In past articles in the series, we have had readers who read; this time we have a reader who also writes. This results in quite a different set of answers to several questions that have become routine or standard.
Roger Nash has been busy: well over 400 poems and about 70 journal contributions. Not just poetry, but philosophy, and short fiction. He was adamant that quality over quantity is the key.
“I don't keep count … but, after a bit of mathematical recollection: my 20th book launches this fall.”
Roger Nash is a professor emeritus in the Department of Philosophy at Laurentian University, served as chair of the Department of Philosophy, director of the Interdisciplinary Humanities M.A. programme and was a founding member of the graduate diploma in Science Communication offered by Laurentian University and Science North.
He was also the first poet laureate of the City of Greater Sudbury.
Off The Shelf was fortunate in having him agree to answer the following questions:
What are you reading now and why these titles?
I’m often reading more than one or two books at a time. Usually for more than one “why” And new “whys” pop up during a reading, replacing some of their (perhaps misconceived) precursors.
At the moment, I’m reading Samuel Butler’s (1835-1902) The Way of All Flesh. One “why” here is to widen my sense of very different ways in which you can try to write close to everyday speech, avoiding literary-sounding talk. Wordsworth set this as a goal. Wordsworth’s result: an almost High Anglican ethical tone.
Butler is closer to rebel’s street-talk of his time: anti-religion, anti-family, anti-marriage, anti-Victoriana, full of irony, satire and paradox; and with a firm underlying sense of justice. I often read in part to accumulate tools for how I myself can write. Butler’s toolkit beckons.
I’m also reading (in translation) the poems of Li Ho (791-817), one of the most brilliant poets of the T’ang dynasty, which was itself, arguably, the finest era of Chinese poetry. One “why” is to deepen my sense of the length of Chinese poetic and cultural traditions. I grew up for a few years in Chinese culture. Li Ho was writing at the same time as Old English poets from whom I’ve learned a lot – and I’ve published translations of some of them.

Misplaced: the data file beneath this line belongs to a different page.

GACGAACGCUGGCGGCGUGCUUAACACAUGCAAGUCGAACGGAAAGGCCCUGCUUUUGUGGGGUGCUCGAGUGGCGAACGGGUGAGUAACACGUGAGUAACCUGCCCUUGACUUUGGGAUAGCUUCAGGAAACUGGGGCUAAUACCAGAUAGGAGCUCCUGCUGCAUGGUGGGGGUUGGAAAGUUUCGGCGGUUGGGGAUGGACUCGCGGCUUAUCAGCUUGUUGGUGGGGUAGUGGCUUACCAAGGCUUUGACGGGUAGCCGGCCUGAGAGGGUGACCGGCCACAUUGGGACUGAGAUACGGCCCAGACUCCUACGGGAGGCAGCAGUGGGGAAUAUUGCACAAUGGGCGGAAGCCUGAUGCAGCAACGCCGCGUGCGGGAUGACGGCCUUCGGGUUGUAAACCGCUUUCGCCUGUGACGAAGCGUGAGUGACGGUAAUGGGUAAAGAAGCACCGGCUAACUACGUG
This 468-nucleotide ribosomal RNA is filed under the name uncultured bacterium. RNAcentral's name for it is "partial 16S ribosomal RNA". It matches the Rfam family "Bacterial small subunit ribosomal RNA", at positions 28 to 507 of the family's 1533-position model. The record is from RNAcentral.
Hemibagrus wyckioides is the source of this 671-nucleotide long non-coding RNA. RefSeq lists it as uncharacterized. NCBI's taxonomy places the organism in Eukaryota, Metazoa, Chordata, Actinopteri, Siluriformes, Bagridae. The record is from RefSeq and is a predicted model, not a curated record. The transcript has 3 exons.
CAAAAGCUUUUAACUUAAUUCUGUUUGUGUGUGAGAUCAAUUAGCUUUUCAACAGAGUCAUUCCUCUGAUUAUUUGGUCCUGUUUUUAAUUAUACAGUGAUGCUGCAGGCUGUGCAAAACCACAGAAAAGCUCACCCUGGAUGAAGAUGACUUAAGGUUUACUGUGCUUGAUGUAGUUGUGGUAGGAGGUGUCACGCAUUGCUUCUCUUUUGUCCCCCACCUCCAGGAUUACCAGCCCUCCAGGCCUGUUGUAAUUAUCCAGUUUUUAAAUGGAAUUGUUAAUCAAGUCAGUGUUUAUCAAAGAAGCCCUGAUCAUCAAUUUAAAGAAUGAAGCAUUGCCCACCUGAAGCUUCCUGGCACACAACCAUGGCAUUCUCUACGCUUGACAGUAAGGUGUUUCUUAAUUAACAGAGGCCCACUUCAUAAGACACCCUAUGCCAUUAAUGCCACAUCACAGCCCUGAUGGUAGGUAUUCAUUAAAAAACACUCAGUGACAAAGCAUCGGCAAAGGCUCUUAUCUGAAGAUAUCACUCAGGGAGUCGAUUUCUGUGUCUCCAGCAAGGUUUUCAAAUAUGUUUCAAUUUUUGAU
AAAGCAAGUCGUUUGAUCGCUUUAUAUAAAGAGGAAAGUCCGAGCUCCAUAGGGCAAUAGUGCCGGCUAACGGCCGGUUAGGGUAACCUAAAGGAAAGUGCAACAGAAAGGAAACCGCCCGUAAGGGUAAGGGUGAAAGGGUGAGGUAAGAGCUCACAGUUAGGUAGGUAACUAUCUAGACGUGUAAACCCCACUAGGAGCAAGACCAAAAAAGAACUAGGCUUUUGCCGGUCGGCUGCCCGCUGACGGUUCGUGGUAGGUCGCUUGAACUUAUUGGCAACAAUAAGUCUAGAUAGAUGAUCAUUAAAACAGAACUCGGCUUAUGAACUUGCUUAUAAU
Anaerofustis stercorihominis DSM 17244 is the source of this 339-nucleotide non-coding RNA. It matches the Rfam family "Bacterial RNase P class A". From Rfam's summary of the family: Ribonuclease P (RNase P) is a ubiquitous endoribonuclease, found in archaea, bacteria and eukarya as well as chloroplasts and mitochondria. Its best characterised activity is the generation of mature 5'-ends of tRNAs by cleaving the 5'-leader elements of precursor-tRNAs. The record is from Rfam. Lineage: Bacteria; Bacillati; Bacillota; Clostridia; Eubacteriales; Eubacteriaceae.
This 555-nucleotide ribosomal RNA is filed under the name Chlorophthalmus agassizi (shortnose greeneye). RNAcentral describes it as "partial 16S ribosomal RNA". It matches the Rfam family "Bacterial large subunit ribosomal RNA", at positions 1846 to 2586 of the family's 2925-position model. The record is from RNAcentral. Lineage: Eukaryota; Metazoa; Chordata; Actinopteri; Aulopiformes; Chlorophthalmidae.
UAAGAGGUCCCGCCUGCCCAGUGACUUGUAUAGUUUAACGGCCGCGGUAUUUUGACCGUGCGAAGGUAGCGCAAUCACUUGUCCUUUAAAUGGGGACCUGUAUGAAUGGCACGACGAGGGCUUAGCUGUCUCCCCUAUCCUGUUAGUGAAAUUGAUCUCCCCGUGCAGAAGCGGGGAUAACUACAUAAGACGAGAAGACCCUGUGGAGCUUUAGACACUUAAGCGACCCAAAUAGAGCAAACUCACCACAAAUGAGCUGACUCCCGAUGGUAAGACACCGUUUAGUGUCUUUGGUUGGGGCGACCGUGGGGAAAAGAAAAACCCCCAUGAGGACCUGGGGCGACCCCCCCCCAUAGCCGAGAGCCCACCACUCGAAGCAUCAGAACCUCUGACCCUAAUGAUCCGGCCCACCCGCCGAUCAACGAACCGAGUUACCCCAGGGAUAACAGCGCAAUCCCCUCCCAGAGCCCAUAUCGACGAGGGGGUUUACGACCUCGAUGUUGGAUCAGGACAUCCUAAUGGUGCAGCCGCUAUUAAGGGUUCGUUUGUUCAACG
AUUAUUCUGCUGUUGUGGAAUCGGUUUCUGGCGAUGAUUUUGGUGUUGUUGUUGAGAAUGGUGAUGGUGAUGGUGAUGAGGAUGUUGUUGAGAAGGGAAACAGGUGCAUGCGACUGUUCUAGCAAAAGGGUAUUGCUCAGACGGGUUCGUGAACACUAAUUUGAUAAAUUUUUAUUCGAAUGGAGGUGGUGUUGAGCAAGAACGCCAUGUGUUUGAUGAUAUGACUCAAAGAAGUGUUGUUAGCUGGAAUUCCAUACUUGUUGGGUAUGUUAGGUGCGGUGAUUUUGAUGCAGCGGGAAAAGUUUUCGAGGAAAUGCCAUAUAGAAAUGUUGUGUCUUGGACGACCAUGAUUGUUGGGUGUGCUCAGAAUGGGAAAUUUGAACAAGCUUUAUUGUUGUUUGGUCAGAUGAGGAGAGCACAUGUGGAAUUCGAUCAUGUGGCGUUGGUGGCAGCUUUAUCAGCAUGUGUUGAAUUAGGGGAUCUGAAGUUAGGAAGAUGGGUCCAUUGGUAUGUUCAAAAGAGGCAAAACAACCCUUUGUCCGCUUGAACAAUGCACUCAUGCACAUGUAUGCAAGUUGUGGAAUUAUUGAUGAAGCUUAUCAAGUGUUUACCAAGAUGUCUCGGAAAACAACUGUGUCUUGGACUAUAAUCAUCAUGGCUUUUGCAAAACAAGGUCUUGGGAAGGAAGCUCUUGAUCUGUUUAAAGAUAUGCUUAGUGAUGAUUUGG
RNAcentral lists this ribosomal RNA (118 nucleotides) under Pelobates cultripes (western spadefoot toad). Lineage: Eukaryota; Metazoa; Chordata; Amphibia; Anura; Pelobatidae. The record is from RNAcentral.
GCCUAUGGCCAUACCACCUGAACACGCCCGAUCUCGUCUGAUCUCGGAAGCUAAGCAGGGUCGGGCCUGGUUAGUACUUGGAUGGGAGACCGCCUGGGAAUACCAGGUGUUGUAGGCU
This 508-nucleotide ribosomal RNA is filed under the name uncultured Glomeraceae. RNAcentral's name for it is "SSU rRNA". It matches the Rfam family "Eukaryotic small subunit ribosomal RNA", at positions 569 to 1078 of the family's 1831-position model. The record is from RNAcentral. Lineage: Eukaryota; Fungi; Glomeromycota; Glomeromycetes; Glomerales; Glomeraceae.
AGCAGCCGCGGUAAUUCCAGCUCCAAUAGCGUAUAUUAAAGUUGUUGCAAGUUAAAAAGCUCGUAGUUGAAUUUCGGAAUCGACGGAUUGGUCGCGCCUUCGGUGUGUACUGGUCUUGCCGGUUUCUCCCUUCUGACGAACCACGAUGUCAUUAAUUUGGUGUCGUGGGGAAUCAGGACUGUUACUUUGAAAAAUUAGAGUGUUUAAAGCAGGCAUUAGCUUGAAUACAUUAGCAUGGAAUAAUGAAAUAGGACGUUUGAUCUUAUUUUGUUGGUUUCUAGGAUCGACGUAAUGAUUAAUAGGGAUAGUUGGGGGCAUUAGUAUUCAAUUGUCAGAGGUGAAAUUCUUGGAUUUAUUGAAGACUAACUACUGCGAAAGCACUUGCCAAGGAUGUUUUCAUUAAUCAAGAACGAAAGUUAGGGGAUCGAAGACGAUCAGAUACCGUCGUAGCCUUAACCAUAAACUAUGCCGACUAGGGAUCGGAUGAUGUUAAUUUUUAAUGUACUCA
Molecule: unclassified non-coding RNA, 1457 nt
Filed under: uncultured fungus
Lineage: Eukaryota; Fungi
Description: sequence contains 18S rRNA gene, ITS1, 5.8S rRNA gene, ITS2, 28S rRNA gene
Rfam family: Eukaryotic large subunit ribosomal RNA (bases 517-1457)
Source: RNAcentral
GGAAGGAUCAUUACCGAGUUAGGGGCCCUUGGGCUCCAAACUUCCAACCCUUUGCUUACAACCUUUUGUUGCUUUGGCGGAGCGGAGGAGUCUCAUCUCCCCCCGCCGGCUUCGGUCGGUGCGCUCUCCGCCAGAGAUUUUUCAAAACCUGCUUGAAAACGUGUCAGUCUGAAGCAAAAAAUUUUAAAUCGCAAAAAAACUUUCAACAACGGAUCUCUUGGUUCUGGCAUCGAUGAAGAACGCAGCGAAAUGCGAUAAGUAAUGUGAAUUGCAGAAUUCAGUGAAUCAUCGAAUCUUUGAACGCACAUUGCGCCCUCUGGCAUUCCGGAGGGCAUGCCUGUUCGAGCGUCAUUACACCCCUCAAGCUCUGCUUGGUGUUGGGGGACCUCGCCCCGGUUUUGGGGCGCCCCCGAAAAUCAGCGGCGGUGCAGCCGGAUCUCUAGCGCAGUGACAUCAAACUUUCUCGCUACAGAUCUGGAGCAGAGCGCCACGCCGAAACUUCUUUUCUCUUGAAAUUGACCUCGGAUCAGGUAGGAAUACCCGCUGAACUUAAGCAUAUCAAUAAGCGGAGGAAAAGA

How do you draw from the riches of a long tradition without repeating it? And write in a way that can still sound almost contemporaneous with concerns of ages to come? Li Ho, in Frodsham’s translations, has a strikingly “modern” sensibility. Though I write and read mainly in English, I try to do so in the context of world literature.
Has what you read changed over the seasons of your life?
My reading changes as different roles in life become predominant. Children’s books as a father/grandfather; philosophical books as a teacher in philosophy (special interests in the philosophy of science and mathematics); books in the Abrahamic religions, as a resource-person in a synagogue community; books on the science and technologies of baking, as a baker (a great-uncle baked for a whole town) ... These roles don’t supersede and completely replace each other, they just move up and down in my life. Reading – and writing – poetry has consistently been high up.
If you had to restrict all recommendations to just five books, what titles would you offer?
I won’t offer general recommendations at all. I’d rather talk with individuals, sometimes to help them clarify what looms large for them in life, sometimes to hear what books they’ve really liked. After that, I might suggest a title or two – or not. Five titles I’ve found important in my life are:
- Torah (Hebrew Bible)
- Lao Tsu, Tao Te Ching
- Buddha, The Diamond Sutra
- Homer, The Odyssey
- Plato, The Symposium
Have you seen a growing trend in reading and writing poetry in Sudbury? Across the North?
I’ve always found the poetic scene in Sudbury and across the North very lively. A number of major literary awards have been won by northerners. Trends can blip up and down, temporarily, but there’s an underlying growing core of high activity.
That’s marked, by our having northern publishing houses of poetry (Scrivener, Latitude46...), and a Sudbury poet laureate position; and by Sudbury’s self-image changing, slowly, from mining town only to be endured – if you can’t leave it – to a human community creative in so many directions. Many more students in high schools now realize you can take a lead in the arts in Canada, without having to leave for Yonge Street in Toronto.
How do we encourage more people — of all ages — to embrace poems as part of their reading repertoire?
Poetry has its full being only when lifted off the page into performance. Just as music needs to be played from its score. We need to help people discover the moving nature of listening to poetry well-performed, the moving nature of performing it yourself; and to develop a culture in which performance-skills can be modeled and learned – in schools, the Y, literary festivals... For me, reading poetry is pointless unless related to this.
Where do you find your inspiration for writing what you write?
From the joys and the sorrows of life around us. A poet serves as a witness to these.
Roger Nash’s 20th book launches during Sudbury's 2019 Culture days, at the McKenzie Street library's auditorium, Sept 28, 1-3:15 p.m.
Hugh Kruzel is a freelance writer in Greater Sudbury.